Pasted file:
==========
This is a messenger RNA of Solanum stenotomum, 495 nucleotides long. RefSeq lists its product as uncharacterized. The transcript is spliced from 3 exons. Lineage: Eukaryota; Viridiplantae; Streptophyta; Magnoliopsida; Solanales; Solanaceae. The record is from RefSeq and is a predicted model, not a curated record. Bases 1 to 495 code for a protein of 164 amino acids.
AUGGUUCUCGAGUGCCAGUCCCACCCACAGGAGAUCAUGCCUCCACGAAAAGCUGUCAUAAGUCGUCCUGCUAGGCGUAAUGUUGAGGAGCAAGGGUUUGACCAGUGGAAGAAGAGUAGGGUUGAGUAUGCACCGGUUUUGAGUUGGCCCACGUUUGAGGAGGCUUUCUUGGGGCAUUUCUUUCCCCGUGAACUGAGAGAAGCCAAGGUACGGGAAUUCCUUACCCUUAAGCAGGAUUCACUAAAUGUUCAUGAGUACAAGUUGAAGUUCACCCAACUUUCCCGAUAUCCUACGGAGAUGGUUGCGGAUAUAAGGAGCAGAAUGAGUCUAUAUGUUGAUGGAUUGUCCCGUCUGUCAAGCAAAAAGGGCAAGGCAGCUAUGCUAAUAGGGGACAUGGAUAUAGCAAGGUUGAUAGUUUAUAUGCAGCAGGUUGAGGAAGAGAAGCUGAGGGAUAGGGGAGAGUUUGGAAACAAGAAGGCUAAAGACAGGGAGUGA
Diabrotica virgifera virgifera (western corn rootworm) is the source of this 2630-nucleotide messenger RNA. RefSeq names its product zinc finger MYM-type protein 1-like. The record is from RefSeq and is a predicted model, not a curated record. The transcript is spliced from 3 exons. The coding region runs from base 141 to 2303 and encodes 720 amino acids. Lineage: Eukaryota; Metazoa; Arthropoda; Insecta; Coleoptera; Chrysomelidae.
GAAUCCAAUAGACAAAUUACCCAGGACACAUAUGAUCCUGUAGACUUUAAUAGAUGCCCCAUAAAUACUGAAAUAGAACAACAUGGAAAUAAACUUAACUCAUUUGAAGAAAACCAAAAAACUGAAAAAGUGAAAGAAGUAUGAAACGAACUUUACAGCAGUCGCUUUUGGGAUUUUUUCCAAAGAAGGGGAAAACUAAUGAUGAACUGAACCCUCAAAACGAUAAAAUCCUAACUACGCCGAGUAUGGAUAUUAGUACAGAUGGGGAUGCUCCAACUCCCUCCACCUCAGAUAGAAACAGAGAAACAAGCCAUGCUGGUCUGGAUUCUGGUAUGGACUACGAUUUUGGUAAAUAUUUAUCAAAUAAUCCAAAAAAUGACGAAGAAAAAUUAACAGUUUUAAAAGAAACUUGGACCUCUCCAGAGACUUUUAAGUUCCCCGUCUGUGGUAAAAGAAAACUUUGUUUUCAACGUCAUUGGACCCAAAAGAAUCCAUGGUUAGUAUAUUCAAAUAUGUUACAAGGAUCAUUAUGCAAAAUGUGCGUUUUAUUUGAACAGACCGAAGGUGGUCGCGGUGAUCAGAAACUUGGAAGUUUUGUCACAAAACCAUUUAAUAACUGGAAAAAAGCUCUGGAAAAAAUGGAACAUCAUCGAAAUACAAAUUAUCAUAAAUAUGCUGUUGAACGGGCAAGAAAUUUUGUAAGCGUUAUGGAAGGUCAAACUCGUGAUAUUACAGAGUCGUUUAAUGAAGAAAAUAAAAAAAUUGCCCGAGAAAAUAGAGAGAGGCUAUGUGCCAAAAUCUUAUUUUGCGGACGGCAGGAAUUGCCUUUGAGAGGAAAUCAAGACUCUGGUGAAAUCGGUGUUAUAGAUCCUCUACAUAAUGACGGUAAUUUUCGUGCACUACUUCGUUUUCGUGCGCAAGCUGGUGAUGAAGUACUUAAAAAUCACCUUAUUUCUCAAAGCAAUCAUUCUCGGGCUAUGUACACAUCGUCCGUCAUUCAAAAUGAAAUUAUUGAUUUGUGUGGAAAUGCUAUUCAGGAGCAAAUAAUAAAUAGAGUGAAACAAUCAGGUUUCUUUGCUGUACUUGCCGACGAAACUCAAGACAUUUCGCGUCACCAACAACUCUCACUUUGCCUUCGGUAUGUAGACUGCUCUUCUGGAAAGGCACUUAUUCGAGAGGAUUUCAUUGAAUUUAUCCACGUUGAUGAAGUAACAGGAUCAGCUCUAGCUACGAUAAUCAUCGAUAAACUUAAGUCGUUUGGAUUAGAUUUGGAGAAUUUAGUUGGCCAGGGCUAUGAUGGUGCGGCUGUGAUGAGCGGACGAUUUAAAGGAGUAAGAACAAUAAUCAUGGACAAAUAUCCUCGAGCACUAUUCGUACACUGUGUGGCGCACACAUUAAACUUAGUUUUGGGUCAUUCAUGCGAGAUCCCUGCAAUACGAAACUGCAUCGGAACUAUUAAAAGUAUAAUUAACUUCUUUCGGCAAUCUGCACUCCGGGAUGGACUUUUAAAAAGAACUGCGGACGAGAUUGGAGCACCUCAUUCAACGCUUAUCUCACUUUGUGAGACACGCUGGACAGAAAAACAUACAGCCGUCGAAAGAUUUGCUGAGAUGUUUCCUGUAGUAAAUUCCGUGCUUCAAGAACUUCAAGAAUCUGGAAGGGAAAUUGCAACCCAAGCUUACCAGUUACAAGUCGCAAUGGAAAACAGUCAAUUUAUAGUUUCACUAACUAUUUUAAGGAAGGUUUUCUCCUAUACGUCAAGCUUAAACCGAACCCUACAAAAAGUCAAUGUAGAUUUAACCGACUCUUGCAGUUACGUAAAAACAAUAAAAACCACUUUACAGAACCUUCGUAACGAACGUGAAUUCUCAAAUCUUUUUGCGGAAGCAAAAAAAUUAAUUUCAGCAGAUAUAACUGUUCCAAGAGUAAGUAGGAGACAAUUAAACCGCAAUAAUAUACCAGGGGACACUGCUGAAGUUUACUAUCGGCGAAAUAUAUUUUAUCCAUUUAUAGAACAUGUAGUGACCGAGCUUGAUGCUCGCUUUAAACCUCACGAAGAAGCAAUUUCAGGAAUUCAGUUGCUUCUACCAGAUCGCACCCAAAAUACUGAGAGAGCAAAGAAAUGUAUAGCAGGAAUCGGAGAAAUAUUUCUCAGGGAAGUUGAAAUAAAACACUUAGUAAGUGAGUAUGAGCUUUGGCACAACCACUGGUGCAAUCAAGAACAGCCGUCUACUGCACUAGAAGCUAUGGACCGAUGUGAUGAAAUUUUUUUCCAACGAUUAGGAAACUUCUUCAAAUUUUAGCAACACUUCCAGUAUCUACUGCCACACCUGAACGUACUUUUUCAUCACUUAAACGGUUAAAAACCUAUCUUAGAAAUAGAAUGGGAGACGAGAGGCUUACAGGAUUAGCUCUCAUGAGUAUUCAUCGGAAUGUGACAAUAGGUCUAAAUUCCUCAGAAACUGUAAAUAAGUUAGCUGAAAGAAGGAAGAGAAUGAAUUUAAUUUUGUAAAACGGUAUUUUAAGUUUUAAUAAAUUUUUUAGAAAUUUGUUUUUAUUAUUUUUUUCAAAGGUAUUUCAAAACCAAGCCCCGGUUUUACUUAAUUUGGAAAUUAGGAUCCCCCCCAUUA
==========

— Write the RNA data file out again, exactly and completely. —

This is a messenger RNA of Solanum stenotomum, 495 nucleotides long. RefSeq lists its product as uncharacterized. The transcript is spliced from 3 exons. Lineage: Eukaryota; Viridiplantae; Streptophyta; Magnoliopsida; Solanales; Solanaceae. The record is from RefSeq and is a predicted model, not a curated record. Bases 1 to 495 code for a protein of 164 amino acids.
AUGGUUCUCGAGUGCCAGUCCCACCCACAGGAGAUCAUGCCUCCACGAAAAGCUGUCAUAAGUCGUCCUGCUAGGCGUAAUGUUGAGGAGCAAGGGUUUGACCAGUGGAAGAAGAGUAGGGUUGAGUAUGCACCGGUUUUGAGUUGGCCCACGUUUGAGGAGGCUUUCUUGGGGCAUUUCUUUCCCCGUGAACUGAGAGAAGCCAAGGUACGGGAAUUCCUUACCCUUAAGCAGGAUUCACUAAAUGUUCAUGAGUACAAGUUGAAGUUCACCCAACUUUCCCGAUAUCCUACGGAGAUGGUUGCGGAUAUAAGGAGCAGAAUGAGUCUAUAUGUUGAUGGAUUGUCCCGUCUGUCAAGCAAAAAGGGCAAGGCAGCUAUGCUAAUAGGGGACAUGGAUAUAGCAAGGUUGAUAGUUUAUAUGCAGCAGGUUGAGGAAGAGAAGCUGAGGGAUAGGGGAGAGUUUGGAAACAAGAAGGCUAAAGACAGGGAGUGA
Diabrotica virgifera virgifera (western corn rootworm) is the source of this 2630-nucleotide messenger RNA. RefSeq names its product zinc finger MYM-type protein 1-like. The record is from RefSeq and is a predicted model, not a curated record. The transcript is spliced from 3 exons. The coding region runs from base 141 to 2303 and encodes 720 amino acids. Lineage: Eukaryota; Metazoa; Arthropoda; Insecta; Coleoptera; Chrysomelidae.
GAAUCCAAUAGACAAAUUACCCAGGACACAUAUGAUCCUGUAGACUUUAAUAGAUGCCCCAUAAAUACUGAAAUAGAACAACAUGGAAAUAAACUUAACUCAUUUGAAGAAAACCAAAAAACUGAAAAAGUGAAAGAAGUAUGAAACGAACUUUACAGCAGUCGCUUUUGGGAUUUUUUCCAAAGAAGGGGAAAACUAAUGAUGAACUGAACCCUCAAAACGAUAAAAUCCUAACUACGCCGAGUAUGGAUAUUAGUACAGAUGGGGAUGCUCCAACUCCCUCCACCUCAGAUAGAAACAGAGAAACAAGCCAUGCUGGUCUGGAUUCUGGUAUGGACUACGAUUUUGGUAAAUAUUUAUCAAAUAAUCCAAAAAAUGACGAAGAAAAAUUAACAGUUUUAAAAGAAACUUGGACCUCUCCAGAGACUUUUAAGUUCCCCGUCUGUGGUAAAAGAAAACUUUGUUUUCAACGUCAUUGGACCCAAAAGAAUCCAUGGUUAGUAUAUUCAAAUAUGUUACAAGGAUCAUUAUGCAAAAUGUGCGUUUUAUUUGAACAGACCGAAGGUGGUCGCGGUGAUCAGAAACUUGGAAGUUUUGUCACAAAACCAUUUAAUAACUGGAAAAAAGCUCUGGAAAAAAUGGAACAUCAUCGAAAUACAAAUUAUCAUAAAUAUGCUGUUGAACGGGCAAGAAAUUUUGUAAGCGUUAUGGAAGGUCAAACUCGUGAUAUUACAGAGUCGUUUAAUGAAGAAAAUAAAAAAAUUGCCCGAGAAAAUAGAGAGAGGCUAUGUGCCAAAAUCUUAUUUUGCGGACGGCAGGAAUUGCCUUUGAGAGGAAAUCAAGACUCUGGUGAAAUCGGUGUUAUAGAUCCUCUACAUAAUGACGGUAAUUUUCGUGCACUACUUCGUUUUCGUGCGCAAGCUGGUGAUGAAGUACUUAAAAAUCACCUUAUUUCUCAAAGCAAUCAUUCUCGGGCUAUGUACACAUCGUCCGUCAUUCAAAAUGAAAUUAUUGAUUUGUGUGGAAAUGCUAUUCAGGAGCAAAUAAUAAAUAGAGUGAAACAAUCAGGUUUCUUUGCUGUACUUGCCGACGAAACUCAAGACAUUUCGCGUCACCAACAACUCUCACUUUGCCUUCGGUAUGUAGACUGCUCUUCUGGAAAGGCACUUAUUCGAGAGGAUUUCAUUGAAUUUAUCCACGUUGAUGAAGUAACAGGAUCAGCUCUAGCUACGAUAAUCAUCGAUAAACUUAAGUCGUUUGGAUUAGAUUUGGAGAAUUUAGUUGGCCAGGGCUAUGAUGGUGCGGCUGUGAUGAGCGGACGAUUUAAAGGAGUAAGAACAAUAAUCAUGGACAAAUAUCCUCGAGCACUAUUCGUACACUGUGUGGCGCACACAUUAAACUUAGUUUUGGGUCAUUCAUGCGAGAUCCCUGCAAUACGAAACUGCAUCGGAACUAUUAAAAGUAUAAUUAACUUCUUUCGGCAAUCUGCACUCCGGGAUGGACUUUUAAAAAGAACUGCGGACGAGAUUGGAGCACCUCAUUCAACGCUUAUCUCACUUUGUGAGACACGCUGGACAGAAAAACAUACAGCCGUCGAAAGAUUUGCUGAGAUGUUUCCUGUAGUAAAUUCCGUGCUUCAAGAACUUCAAGAAUCUGGAAGGGAAAUUGCAACCCAAGCUUACCAGUUACAAGUCGCAAUGGAAAACAGUCAAUUUAUAGUUUCACUAACUAUUUUAAGGAAGGUUUUCUCCUAUACGUCAAGCUUAAACCGAACCCUACAAAAAGUCAAUGUAGAUUUAACCGACUCUUGCAGUUACGUAAAAACAAUAAAAACCACUUUACAGAACCUUCGUAACGAACGUGAAUUCUCAAAUCUUUUUGCGGAAGCAAAAAAAUUAAUUUCAGCAGAUAUAACUGUUCCAAGAGUAAGUAGGAGACAAUUAAACCGCAAUAAUAUACCAGGGGACACUGCUGAAGUUUACUAUCGGCGAAAUAUAUUUUAUCCAUUUAUAGAACAUGUAGUGACCGAGCUUGAUGCUCGCUUUAAACCUCACGAAGAAGCAAUUUCAGGAAUUCAGUUGCUUCUACCAGAUCGCACCCAAAAUACUGAGAGAGCAAAGAAAUGUAUAGCAGGAAUCGGAGAAAUAUUUCUCAGGGAAGUUGAAAUAAAACACUUAGUAAGUGAGUAUGAGCUUUGGCACAACCACUGGUGCAAUCAAGAACAGCCGUCUACUGCACUAGAAGCUAUGGACCGAUGUGAUGAAAUUUUUUUCCAACGAUUAGGAAACUUCUUCAAAUUUUAGCAACACUUCCAGUAUCUACUGCCACACCUGAACGUACUUUUUCAUCACUUAAACGGUUAAAAACCUAUCUUAGAAAUAGAAUGGGAGACGAGAGGCUUACAGGAUUAGCUCUCAUGAGUAUUCAUCGGAAUGUGACAAUAGGUCUAAAUUCCUCAGAAACUGUAAAUAAGUUAGCUGAAAGAAGGAAGAGAAUGAAUUUAAUUUUGUAAAACGGUAUUUUAAGUUUUAAUAAAUUUUUUAGAAAUUUGUUUUUAUUAUUUUUUUCAAAGGUAUUUCAAAACCAAGCCCCGGUUUUACUUAAUUUGGAAAUUAGGAUCCCCCCCAUUA